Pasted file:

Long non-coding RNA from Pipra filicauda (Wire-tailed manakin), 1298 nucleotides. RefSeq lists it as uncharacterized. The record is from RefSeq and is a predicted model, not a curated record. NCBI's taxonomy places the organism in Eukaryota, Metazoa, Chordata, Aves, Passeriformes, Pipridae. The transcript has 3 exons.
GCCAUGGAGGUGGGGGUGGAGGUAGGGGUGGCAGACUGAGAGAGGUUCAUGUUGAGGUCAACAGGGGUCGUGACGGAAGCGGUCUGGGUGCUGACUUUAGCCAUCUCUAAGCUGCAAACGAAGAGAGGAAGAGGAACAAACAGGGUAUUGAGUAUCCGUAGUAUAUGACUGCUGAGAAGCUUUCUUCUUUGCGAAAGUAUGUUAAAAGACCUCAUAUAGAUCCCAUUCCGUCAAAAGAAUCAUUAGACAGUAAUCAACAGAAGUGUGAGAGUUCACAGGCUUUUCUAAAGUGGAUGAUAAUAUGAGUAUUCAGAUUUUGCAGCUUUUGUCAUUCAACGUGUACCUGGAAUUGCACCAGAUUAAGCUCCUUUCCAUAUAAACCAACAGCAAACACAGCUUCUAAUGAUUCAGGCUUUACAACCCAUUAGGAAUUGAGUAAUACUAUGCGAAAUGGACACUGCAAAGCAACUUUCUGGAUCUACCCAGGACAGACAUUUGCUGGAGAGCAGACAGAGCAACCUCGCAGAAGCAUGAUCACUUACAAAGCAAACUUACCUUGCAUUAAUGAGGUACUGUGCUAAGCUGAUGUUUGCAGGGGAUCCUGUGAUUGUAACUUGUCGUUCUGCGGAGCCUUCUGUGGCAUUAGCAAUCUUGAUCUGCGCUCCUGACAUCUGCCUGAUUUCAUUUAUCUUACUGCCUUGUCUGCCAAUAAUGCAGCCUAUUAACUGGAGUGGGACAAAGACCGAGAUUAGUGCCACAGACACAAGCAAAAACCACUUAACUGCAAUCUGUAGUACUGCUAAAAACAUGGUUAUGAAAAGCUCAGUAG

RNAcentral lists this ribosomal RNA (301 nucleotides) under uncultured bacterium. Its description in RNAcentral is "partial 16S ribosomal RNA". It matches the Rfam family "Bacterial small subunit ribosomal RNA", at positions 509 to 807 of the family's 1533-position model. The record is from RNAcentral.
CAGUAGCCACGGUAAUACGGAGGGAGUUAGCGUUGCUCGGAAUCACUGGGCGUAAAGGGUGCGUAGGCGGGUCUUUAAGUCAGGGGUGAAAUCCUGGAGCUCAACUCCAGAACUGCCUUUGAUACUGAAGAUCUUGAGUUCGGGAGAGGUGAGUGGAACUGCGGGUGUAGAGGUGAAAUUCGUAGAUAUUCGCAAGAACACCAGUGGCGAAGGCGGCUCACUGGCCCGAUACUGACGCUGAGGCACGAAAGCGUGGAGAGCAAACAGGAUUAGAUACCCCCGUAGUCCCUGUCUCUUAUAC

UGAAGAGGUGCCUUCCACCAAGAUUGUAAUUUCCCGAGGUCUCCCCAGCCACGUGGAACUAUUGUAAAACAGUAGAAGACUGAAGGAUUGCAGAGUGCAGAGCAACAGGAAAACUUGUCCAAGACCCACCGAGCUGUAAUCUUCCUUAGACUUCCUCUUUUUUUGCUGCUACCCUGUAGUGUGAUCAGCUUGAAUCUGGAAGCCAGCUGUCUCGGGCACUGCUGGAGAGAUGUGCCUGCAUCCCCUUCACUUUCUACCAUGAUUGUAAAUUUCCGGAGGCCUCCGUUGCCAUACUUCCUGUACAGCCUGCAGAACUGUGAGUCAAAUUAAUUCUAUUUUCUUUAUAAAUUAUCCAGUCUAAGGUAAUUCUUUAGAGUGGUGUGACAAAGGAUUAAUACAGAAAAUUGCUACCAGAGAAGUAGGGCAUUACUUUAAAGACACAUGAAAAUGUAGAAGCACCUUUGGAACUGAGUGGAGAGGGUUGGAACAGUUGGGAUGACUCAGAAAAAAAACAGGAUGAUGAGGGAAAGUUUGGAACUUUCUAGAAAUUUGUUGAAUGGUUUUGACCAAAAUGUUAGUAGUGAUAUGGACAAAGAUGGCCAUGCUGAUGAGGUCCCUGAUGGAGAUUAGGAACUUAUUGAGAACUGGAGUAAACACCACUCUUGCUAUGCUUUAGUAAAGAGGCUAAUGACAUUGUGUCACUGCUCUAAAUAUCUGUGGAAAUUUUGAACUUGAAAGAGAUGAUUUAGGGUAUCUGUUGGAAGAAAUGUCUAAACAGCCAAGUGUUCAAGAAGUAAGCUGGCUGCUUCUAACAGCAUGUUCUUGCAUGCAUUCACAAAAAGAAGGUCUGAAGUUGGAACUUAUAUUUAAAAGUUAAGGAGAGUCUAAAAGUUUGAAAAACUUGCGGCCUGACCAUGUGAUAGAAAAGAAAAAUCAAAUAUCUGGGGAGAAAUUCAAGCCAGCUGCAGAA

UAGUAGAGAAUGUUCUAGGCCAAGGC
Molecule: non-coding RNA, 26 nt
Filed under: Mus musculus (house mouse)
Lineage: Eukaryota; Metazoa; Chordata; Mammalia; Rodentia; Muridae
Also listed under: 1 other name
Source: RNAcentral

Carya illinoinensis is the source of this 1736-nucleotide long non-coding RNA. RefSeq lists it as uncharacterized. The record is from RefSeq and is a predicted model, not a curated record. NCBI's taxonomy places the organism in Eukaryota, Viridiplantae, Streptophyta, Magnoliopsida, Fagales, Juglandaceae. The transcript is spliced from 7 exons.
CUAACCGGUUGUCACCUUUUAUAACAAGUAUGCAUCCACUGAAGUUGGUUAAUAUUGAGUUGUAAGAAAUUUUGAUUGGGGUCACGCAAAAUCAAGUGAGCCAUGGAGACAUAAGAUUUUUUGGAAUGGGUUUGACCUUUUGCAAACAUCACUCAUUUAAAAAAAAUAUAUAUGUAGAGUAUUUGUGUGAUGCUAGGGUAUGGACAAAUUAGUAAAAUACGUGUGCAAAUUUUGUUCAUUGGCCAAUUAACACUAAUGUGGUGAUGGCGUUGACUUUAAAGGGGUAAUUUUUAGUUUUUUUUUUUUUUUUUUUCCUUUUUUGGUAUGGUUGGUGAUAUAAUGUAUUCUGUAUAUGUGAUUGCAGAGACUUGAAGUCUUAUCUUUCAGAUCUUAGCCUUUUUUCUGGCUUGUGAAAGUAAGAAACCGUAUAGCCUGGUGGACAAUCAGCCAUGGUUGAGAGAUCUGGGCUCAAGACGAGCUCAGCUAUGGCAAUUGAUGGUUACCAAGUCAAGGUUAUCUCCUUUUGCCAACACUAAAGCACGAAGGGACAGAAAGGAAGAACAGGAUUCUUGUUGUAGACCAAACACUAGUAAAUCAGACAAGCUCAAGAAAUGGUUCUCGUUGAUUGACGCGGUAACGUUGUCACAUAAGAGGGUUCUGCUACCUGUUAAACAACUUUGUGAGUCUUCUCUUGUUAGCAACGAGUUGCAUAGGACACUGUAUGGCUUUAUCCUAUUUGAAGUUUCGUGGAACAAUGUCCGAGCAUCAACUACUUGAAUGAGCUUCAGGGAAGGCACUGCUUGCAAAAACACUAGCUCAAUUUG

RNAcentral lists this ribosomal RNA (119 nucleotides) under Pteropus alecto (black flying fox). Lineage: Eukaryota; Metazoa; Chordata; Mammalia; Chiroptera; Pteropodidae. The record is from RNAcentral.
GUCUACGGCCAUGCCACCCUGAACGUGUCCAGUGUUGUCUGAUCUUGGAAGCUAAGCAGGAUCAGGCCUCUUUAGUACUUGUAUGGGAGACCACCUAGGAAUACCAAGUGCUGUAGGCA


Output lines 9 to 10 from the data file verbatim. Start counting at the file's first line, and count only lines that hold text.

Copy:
Lineage: Eukaryota; Metazoa; Chordata; Mammalia; Rodentia; Muridae
Also listed under: 1 other name